Due to COVID-19, SNAP and the Workforce Council have limited in-person availability in their offices.
“Try calling SNAP,” Mesa said. “It is not fun. You have to spend a long time on their phone lines to get through to somebody. If you have a language barrier, it becomes more difficult.”
Nicole Bishop, a spokesperson for SNAP, said equity and inclusion are a priority for the agency and that it formed a client advisory council to solicit feedback on how it operates.
SNAP had translation services available, Bishop said. When staff discerned translation was necessary, they scheduled a return call with the applicant to facilitate the application process in their language.
When it was tapped to administer rental assistance, Bishop said, “We got things up and running really fast, but it was also a great learning opportunity.” The agency, she said, is reviewing “what didn’t go as great as we hoped” and what it can adjust so “next time around, we’ll leave people less frustrated.”
SNAP did not anticipate just how massive the need would be. Typically, an assistance program has a methodical rollout, but its funding for the Spokane County rental assistance program was depleted in just a couple of weeks, Bishop said.
The Spokane Workforce Council translated the application into six languages and used a telephone service to connect staff and applicants to a translator if necessary, according to CEO Mark Mattke.
Those services took a couple of weeks to get up and running after the nonprofit received rental assistance funds, Mattke said.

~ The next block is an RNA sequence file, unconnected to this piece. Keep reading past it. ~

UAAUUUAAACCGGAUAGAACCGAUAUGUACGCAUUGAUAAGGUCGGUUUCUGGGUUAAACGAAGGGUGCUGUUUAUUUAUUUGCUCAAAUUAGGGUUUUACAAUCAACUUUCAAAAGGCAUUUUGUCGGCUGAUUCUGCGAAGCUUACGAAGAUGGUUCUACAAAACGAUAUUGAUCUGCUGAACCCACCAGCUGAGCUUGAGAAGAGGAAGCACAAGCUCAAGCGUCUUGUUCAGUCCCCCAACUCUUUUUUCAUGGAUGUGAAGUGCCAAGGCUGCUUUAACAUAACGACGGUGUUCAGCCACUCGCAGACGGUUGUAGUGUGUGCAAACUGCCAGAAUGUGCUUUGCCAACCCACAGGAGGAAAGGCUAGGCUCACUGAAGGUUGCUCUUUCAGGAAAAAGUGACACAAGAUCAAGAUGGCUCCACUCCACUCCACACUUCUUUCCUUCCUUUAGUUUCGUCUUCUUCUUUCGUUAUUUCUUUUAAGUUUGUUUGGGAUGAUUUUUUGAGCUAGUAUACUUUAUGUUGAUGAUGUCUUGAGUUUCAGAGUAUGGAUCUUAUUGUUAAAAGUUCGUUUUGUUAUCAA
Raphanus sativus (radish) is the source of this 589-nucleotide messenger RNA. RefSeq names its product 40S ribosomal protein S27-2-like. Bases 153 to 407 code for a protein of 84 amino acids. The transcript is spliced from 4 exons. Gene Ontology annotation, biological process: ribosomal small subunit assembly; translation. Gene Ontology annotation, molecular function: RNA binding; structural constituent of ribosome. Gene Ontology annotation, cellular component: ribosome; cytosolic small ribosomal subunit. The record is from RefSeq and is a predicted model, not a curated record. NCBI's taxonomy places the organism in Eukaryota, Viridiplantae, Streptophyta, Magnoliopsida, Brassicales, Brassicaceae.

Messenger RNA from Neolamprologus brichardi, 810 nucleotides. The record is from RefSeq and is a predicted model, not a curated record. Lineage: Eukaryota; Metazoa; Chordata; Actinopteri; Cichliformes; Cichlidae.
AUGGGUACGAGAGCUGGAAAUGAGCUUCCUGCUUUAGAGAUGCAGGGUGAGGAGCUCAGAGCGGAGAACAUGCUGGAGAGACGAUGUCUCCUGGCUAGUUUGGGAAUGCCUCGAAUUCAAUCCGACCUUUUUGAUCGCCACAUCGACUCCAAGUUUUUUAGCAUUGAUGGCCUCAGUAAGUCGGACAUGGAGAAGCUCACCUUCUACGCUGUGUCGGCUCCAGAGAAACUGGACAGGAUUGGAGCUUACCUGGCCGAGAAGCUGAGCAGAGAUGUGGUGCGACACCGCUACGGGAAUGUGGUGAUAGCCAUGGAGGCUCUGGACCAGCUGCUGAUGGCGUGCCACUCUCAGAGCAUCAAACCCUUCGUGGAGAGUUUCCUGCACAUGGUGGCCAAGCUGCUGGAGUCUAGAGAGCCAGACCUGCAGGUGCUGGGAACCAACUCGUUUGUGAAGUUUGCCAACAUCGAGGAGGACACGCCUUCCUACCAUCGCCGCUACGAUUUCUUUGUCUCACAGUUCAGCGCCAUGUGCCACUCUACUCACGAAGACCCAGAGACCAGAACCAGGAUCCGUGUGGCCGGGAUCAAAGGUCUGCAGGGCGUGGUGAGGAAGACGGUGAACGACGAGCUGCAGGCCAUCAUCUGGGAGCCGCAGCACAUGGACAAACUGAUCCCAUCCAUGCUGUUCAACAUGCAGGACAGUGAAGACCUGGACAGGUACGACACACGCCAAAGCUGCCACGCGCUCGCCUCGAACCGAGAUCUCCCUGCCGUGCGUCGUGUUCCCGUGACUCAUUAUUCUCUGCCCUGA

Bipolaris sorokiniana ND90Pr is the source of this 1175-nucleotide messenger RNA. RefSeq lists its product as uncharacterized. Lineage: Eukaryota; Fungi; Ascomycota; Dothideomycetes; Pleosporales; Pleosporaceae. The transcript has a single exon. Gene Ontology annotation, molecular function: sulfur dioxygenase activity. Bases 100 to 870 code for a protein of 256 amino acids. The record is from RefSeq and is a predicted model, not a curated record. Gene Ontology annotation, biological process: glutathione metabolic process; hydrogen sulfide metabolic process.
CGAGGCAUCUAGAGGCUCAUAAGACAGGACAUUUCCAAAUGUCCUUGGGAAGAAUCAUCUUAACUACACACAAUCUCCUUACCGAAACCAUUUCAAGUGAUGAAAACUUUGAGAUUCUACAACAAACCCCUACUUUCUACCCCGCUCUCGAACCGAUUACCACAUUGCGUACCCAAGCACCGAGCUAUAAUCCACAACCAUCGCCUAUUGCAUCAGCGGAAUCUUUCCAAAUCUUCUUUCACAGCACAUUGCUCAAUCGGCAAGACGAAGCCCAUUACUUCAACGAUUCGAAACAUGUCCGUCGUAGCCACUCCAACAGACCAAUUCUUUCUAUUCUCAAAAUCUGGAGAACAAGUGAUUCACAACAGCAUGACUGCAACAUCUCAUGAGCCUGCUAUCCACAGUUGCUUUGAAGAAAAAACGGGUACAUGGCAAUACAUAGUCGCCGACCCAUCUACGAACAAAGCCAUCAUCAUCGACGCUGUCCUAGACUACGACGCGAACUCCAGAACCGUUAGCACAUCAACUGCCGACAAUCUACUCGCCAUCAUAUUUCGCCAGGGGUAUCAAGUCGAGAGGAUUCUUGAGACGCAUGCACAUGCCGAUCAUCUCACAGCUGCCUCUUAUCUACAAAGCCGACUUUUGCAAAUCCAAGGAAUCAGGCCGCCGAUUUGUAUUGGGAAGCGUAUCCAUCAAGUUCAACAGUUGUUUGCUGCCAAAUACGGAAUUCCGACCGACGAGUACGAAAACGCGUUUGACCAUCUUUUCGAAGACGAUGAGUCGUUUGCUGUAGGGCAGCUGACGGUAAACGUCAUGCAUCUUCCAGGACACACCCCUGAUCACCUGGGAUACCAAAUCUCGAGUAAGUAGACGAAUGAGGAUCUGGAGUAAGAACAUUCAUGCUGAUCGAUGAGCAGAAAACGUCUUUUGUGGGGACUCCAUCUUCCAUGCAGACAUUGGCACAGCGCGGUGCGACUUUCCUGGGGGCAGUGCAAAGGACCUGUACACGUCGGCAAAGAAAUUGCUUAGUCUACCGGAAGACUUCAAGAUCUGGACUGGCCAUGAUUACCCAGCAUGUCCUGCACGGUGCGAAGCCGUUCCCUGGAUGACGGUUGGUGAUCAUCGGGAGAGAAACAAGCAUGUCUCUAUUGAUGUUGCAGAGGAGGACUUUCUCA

“They were available shortly after all of (the) pieces were in place and we were serving customers,” Mattke wrote in an email. “We provided all the housing specialists with information on these services and they were instructed to ask folks if they needed translation services when they would be on the phone to ensure they were ready to access the service and complete the application.”
According to demographic data it collected, the Spokane Workforce Council’s rental assistance programs supported racial minorities “at greater rates than their representation in Spokane County demographic counts,” Mattke said.
Rowena Pineda, a member of the regional Continuum of Care committee that reviews housing and shelter proposals, told the Spokane City Council earlier this month that the city asked several community organizations how it could better distribute rental assistance.
One of the takeaways, Pineda said, was that organizations that serve Black and Indigenous communities and people of color know best how to serve their communities and employ “culturally competent outreach” methods.
“The organizations themselves are trusted messengers or they have trusted messengers within them, so they can connect with community members in a much different way than some of our bigger organizations,” Pineda said.